On FSI engines (Fuel stratified direct injection) it also results in the build up of "carbon" (as it is commonly referred to on the Internet) in the intake tracts of the engine. This is unfortunately a side-effect of the engines being direct-injection.. If the engines were a traditional port-injected engine, then the oil entering the intake ports would be dissolved continuously by the injection of fuel under normal operation of the engine. In these engines the oil seeps down the intake ports and essentially burns onto the engine head, and builds up over time. This is proof of where your oil is actually going.. it is entering the engine and being burnt off.

This results in considerable oil losses when compared to even older engines of a more traditional design.

Despite this - you may be experiencing an actual fault with your engine, but this is less likely. You could have a failure of an oil control ring which is looking and feeling like the "oil consumption" issue, however it would be more pronounced. Audi/VW do actually consider and cater for this possibility, but the amount of oil consumption in this case to warrant a warranty repair is in the extreme, as opposed to a normal oil consumption issue.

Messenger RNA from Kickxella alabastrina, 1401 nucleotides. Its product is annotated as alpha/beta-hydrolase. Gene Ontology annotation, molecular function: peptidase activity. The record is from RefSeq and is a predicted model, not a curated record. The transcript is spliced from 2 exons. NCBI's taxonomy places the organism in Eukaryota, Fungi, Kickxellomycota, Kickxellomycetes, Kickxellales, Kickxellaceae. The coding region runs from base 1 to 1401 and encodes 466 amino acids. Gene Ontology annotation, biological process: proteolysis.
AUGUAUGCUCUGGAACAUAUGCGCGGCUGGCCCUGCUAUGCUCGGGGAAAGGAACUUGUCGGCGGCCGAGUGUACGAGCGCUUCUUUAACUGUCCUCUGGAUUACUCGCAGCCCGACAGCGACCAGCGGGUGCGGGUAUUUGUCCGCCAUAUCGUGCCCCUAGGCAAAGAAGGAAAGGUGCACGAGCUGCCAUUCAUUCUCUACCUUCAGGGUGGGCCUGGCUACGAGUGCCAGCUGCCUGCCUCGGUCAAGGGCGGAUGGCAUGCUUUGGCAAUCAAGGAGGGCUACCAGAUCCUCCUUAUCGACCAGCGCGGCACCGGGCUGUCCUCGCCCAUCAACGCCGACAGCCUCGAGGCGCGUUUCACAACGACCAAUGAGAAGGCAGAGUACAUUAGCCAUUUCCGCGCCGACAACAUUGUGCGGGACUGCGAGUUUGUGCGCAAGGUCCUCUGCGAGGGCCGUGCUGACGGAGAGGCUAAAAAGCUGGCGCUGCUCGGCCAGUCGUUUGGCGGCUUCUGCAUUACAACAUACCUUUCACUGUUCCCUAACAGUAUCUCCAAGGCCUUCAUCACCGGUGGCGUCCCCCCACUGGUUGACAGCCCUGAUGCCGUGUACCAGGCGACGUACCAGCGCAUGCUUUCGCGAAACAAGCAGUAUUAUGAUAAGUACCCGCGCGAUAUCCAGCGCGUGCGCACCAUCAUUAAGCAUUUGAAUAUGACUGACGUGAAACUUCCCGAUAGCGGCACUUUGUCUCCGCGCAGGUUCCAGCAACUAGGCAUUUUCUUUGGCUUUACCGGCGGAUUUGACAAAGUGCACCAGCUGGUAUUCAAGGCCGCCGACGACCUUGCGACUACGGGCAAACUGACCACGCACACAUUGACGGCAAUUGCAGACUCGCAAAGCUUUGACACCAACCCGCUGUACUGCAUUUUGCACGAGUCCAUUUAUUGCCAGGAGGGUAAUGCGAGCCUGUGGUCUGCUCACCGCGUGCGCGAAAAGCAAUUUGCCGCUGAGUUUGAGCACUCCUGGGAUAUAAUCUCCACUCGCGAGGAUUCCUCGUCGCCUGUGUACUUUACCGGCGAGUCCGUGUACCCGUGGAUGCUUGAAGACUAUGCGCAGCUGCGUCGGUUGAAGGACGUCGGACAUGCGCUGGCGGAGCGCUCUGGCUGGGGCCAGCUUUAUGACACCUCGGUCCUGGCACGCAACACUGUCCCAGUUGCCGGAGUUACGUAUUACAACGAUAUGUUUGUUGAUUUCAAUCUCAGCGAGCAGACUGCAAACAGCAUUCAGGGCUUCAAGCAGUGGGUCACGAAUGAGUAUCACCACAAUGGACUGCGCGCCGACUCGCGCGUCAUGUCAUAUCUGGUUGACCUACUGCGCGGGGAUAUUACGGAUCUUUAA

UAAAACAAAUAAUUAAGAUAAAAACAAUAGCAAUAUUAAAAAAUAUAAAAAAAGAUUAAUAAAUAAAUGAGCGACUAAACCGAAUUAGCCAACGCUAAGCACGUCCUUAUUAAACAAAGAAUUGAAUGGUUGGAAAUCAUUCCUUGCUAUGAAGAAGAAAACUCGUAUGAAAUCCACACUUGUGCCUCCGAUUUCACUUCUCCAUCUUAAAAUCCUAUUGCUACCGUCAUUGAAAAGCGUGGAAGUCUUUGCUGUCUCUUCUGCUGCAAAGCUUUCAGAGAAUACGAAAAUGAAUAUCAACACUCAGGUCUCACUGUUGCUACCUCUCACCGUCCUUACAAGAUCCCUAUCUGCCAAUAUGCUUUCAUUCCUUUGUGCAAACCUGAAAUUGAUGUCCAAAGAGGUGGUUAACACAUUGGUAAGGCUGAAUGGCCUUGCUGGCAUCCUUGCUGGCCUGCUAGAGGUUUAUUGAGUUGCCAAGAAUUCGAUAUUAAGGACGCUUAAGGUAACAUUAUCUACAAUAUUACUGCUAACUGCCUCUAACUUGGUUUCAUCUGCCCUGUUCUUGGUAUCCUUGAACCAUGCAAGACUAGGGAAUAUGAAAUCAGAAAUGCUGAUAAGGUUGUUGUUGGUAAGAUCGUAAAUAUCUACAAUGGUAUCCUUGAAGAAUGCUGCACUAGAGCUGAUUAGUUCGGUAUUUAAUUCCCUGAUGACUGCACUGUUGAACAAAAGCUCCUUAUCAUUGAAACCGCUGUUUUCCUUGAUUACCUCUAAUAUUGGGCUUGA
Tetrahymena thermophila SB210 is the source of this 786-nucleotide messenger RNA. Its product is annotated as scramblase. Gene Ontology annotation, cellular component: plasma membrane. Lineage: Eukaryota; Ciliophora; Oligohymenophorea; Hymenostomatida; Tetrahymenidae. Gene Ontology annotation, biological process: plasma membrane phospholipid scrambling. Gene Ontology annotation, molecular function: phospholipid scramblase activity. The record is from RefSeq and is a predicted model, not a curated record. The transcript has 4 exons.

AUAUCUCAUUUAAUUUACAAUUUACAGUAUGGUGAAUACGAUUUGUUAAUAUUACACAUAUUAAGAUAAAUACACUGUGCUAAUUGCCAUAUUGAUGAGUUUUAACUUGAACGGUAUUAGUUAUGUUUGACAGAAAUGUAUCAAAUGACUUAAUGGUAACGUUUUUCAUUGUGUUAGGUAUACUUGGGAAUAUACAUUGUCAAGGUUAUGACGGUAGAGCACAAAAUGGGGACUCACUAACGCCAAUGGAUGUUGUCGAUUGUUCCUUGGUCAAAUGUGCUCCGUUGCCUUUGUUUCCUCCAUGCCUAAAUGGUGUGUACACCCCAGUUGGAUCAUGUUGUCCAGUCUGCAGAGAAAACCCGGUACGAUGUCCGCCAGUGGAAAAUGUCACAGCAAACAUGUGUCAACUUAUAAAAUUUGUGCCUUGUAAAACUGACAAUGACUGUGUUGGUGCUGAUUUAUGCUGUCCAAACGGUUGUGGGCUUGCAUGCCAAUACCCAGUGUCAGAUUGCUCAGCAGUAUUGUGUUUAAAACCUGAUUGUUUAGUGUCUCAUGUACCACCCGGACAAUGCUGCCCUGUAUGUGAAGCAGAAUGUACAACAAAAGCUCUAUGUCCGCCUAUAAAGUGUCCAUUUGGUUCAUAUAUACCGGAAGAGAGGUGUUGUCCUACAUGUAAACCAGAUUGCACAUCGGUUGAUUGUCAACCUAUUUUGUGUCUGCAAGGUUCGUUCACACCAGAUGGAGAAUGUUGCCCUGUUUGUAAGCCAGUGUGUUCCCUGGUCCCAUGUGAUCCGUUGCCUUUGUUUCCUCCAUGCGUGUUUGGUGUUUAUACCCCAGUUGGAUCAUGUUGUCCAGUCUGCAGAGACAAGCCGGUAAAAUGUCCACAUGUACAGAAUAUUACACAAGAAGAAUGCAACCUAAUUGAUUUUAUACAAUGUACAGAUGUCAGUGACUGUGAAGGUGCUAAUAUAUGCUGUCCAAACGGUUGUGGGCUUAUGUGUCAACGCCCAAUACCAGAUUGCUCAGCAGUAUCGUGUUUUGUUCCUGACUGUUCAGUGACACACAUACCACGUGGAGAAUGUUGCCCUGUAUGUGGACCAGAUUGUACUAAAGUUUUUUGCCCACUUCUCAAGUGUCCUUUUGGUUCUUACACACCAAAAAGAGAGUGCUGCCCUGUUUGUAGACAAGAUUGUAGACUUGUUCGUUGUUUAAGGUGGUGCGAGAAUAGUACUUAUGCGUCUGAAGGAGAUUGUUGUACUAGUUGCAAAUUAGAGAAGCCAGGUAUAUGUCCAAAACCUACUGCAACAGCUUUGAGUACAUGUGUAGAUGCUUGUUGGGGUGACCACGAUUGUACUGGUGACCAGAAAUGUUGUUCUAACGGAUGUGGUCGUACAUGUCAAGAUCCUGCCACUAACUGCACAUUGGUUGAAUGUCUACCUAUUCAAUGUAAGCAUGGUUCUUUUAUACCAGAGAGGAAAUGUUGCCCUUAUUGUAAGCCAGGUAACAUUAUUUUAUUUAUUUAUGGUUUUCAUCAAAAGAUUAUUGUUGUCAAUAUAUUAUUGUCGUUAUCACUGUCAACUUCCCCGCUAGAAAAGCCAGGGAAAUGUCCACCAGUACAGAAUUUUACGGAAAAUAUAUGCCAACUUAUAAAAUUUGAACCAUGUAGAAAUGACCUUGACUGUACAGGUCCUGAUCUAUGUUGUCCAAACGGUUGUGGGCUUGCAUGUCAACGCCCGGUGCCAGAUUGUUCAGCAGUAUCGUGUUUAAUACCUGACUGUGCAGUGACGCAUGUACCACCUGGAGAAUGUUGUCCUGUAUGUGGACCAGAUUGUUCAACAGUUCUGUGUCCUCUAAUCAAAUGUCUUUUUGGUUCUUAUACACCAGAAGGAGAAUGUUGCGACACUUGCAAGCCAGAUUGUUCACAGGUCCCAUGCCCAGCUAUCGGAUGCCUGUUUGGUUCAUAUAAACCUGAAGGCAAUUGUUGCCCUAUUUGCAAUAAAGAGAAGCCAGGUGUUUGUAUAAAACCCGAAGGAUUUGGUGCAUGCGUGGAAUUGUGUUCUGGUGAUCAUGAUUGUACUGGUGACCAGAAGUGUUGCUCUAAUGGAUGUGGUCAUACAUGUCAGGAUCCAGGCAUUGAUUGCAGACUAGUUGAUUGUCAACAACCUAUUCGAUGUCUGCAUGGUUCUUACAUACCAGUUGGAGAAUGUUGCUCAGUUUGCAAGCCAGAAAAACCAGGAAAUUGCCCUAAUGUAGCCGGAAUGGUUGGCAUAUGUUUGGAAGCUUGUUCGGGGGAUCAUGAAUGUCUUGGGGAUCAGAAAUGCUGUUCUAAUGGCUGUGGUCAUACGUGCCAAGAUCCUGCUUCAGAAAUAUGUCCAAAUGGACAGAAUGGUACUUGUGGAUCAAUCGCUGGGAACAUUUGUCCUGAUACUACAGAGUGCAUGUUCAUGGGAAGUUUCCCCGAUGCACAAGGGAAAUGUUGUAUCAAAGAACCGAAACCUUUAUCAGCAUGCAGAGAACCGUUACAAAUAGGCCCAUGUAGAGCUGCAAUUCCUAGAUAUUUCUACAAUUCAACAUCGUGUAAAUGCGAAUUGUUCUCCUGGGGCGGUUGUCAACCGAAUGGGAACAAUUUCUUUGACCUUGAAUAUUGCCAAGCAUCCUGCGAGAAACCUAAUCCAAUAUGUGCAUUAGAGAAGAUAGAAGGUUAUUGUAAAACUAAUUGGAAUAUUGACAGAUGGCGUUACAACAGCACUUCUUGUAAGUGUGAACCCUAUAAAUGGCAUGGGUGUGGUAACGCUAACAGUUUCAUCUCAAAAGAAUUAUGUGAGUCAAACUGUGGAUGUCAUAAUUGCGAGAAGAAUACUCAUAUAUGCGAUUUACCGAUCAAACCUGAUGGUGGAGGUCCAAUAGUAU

Generally speaking it is just a side-effect of the design decisions that were behind the design of these engines.. and you should just accept that these engines burn oil and top it up to the required mark at practical intervals.

To answer your questions, specifically: 1) Is this normal? Yes, unless you feel the oil consumption is considerably more than it should be, given my explanation above, which could indicate a engine issue. 2) Yes, I drive 1,000kms in Australia often and it is usually one of these trips I will find myself needing to top up about 0.5L.. so I may be adding 0.5L every couple of thousand Ks (Sorry, I don't speak imperial!)

You may like to keep more accurate records on exactly how much you lose over what distance. To do so - top up accurately to the Full mark, and 2,000 miles later or some specific distance, check and top up to exacly the same mark on the same piece of flat and level ground, cold measurement with all factors the same (tyre pressure as well so the car is the same level).